Tazemetostat Benefits Follicular and B-cell Lymphoma Patients with EZH2 Mutations, Phase 2 Trial Shows

Tazemetostat Benefits Follicular and B-cell Lymphoma Patients with EZH2 Mutations, Phase 2 Trial Shows

Twelve of 13 patients with relapsed or refractory follicular lymphoma (FL) and mutations of the EZH2 enzyme responded either fully or partially to treatment with tazemetostat, according to a Phase 2 clinical trial.

Tazemetostat, Epizyme’s EZH2 enzyme inhibitor, also benefited patients with diffuse large B-cell lymphoma ( DLBCL) and the mutations.

In addition, half of follicular lymphoma patients with no EZH2 mutations either responded to the therapy or achieved a stable disease.

Epizyme presented the findings at the 14th International Conference on Malignant Lymphoma in Lugano, Switzerland, June 14-17. The presentation was titled “Interim Report from a Phase 2 Multicenter Study of Tazemetostat, an EZH2 Inhibitor, in Patients with Relapsed or Refractory B-Cell Non-Hodgkin Lymphomas.

“These interim data findings represent an important step forward for our tazemetostat program, with anti-tumor activity observed across all groups of the study,” Rob Bazemore, chief executive officer of Epizyme, said in a press release. “The activity we have observed in patients with an EZH2 mutation exceeds what we have seen so far with wild-type EZH2, consistent with our scientific hypothesis, and we are encouraged by both the objective responses [full and partial responses] and durability of responses in FL and DLBCL.”

“Our focus is on continuing to increase enrollment of patients with an EZH2 mutation [in clinical trials], and engaging with FDA [the U.S. Federal Drug Administration] in the second half of the year to determine potential registration paths to bring tazemetostat to patients as quickly as we can,” Bazemore added.

Tazemetostat was designed to inhibit the EZH2 enzyme, which plays a role in tumor progression. Previous  studies and clinical trials have demonstrated its anti-cancer activity and safety.

Epizyme is in the midst of testing tazemetostat’s effectiveness, safety and tolerability in a Phase 1/2 trial (NCT01897571).

Preliminary results of the Phase 2 part of the trial showed that all 13 FL patients with EZH2 mutations achieved at least a stable disease with tazemetostat. Twelve of the patients, or 92 percent, responded either partially or completely to treatment, and one achieved a stable disease.

Response rates were also promising among the 54 FL patients with a normal EZH2 protein. Fourteen, or 26 percent, responded to treatment, and 23, or 43 percent, achieved a stable disease.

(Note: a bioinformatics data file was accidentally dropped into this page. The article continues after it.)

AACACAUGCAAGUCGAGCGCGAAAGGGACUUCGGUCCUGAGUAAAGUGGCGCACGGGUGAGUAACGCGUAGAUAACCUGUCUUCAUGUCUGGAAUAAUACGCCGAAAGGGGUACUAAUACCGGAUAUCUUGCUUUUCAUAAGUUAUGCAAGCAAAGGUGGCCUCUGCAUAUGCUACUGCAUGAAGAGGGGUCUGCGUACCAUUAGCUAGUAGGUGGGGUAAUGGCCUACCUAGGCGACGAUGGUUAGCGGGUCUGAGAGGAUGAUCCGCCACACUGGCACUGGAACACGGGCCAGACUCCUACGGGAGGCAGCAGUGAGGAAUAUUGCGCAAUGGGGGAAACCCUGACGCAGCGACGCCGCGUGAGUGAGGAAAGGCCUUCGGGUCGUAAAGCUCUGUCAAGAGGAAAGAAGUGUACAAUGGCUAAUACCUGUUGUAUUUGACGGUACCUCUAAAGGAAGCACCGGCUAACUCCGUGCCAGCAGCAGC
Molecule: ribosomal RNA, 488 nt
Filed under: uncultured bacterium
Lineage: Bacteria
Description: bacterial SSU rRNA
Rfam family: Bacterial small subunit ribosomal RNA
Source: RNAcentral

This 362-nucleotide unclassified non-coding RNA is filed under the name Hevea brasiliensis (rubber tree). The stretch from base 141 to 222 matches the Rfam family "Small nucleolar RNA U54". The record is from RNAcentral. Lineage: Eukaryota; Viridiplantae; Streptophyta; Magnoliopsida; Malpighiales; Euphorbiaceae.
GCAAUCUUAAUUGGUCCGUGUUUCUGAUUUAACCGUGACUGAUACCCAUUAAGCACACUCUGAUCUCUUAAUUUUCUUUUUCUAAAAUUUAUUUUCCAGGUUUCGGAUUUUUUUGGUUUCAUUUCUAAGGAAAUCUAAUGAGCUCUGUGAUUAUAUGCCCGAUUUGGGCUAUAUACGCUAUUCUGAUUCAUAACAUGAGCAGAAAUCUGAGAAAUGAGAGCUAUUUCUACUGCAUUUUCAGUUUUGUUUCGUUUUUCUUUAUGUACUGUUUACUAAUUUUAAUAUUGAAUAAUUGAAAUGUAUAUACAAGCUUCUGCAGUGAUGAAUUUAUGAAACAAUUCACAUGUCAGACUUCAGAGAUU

Meanwhile, five of 17 DLBCL patients with EZH2 mutations responded to treatment — 29 percent. And 35 percent achieved a stable disease.

Among DLBCL patients without EZH2 mutations, the response rates were lower, with only 18 out of 119, or 15 percent, responding.

“I believe that tazemetostat may play a significant role in disease management for my patients, and am particularly excited by the impact observed in patients with follicular lymphoma,” said Dr. Franck Morschhauser, a professor at the Centre Hospitalier Régional Universitaire in Lille, France, who was the lead investigator of the study.

“I am also encouraged by the level of activity in DLBCL patients with EZH2 mutations, especially in light of the bleak prognosis associated with advanced disease. Tazemetostat has demonstrated a uniquely tolerable safety profile, and I look forward to further exploring its full benefit in patients with relapsed or refractory FL and DLBCL as the data mature,” Morschhauser added.

Overall, the treatment was well tolerated. So far, only 3 percent of the patients have had to reduce their dose and 2 percent have had to discontinue their treatment due to adverse events. The most common adverse events were nausea, low blood platelet counts, anemia, and cough.

Another study that Epizyme presented at the conference showed that non-Hodgkin lymphoma patients with EZH2 mutations and faulty MYD88 mutations also respond well to tazemetostat.

In addition, the research showed that EZH2 mutations can be detected in circulating tumor DNA — that is, DNA material in the blood. This suggests that a simple blood test could determine whether a patient has an EZH2 mutation or not. That would help doctors select which patients would be more likely to respond to tazemetostat.

The presentation was titled “Preliminary Evidence of a Molecular Predictor of Tazemetostat Response, Beyond EZH2 Mutation, in NHL Patients Via Characterization of Archive Tumor and Circulating Tumor DNA.

Tazemetostat received U.S. Food and Drug Administration fast track status in November 2016 for treating DLBCL patients with EZH2 mutations. In May 2017 it granted the designation to tazemetostat as a treatment for refractory FL patients, regardless of their EZH2 status.

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